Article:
I sometimes wonder how it turns out like this.
Did it start with a random day in the underground basement before choir practise over ten years ago, when my brother came up with a nickname for me? I came up with a nickname for him on that very day too. His stuck for an hour. Mine stuck for over twelve years. I recall just last year in a lunch with my classmates from sunday school that some couldn't remember my name and only remembered my nickname. It's kind of expected when you think about it, I guess - I've almost never been called by name by most of my peers in my entire life in the church. The exception would be the 3 guys older than me in choir (the 3 who stuck around the longest) - of which none remain in the choir, and only one remains in the same church. Oh, and it's not the session I attend either.
Did it gradually start from the various lessons during Sunday school? Fingers pointed. I usually ended up answering majority of the questions, or end up seeing an awkward silence every week. It gets ridiculous. I kind of turn into a teacher's pet. I hate it. Some ask me stuff after Sunday school. Some tell me I should try leading in worship or whatnot. I couldn't have possibly wanted to be further from that idea. "You have the leadership capabilities" they said. It's a sentence I'm familiar with, even outside of church, but I've never entirely believed in it.
Did it gradually start from my interest in philosophy and Nietzsche between primary and secondary school? Maybe - it does fit chronologically. But I don't entirely think this is the case - it probably sped up the process a bit, but I doubt it could have been a cause. Xenosaga Ep.I will still be amongst the most awesome JRPGs to come out for the PS2 though.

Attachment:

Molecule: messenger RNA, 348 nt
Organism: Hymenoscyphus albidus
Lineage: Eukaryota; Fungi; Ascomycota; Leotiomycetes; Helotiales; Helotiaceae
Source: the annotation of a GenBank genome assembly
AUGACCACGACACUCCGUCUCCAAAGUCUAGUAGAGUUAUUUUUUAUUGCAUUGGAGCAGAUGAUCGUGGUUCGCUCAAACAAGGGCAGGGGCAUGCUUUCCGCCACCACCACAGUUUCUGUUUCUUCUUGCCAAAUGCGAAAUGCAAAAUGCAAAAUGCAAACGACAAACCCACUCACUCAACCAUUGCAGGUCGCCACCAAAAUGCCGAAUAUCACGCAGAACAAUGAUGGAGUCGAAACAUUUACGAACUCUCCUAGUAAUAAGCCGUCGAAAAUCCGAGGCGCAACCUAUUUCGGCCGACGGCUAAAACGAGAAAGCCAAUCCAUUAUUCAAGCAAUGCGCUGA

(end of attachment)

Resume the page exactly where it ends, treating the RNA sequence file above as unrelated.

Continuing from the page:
What I do know is that I've been feeling this way since Sec1 and have since been slowly moving into this state.
I realized sometime this year that the act of leaving the faith is probably one founded on emotional rather than logical foundations. To say that you can leave the faith because you started questioning it and couldn't get satisfactory answers is unlikely for anyone unless you never had a bond with the religion in the first place. And that's precisely the state many of us are in, so it's no longer just about questioning and the like - it's perfectly normal in Christianity. In fact, people who doesn't question their faith in the least bit are the exception rather than the rule.
At the same time, staying in the faith despite all that is also a decision founded on emotional rather than logical foundations, I feel. It's what's keeping me from doing something that I should've done long ago. Social inertia. Fear. Emotional pain. The way your decisions affect the livelihoods of others in that smallest way. The little things that tie you to a place, a concept, a person or object.
It's turned me into what I was for a good six years. Schoolmates eventually just thought that religion was an O.B. topic for me. But really, it was because I couldn't give a good answer myself. Of course, there were idiots who think that TOK lessons talking about inconsistencies in the Bible would lead me to question my faith. Some people don't get it at times, I guess.
And I think that after six years, I'm almost capable of severing ties. It's probably the most painful thing to learn; its necessity so very questionable. But there's still one last person at the end of it all and I still haven't figured out how the hell I'm going to get around this.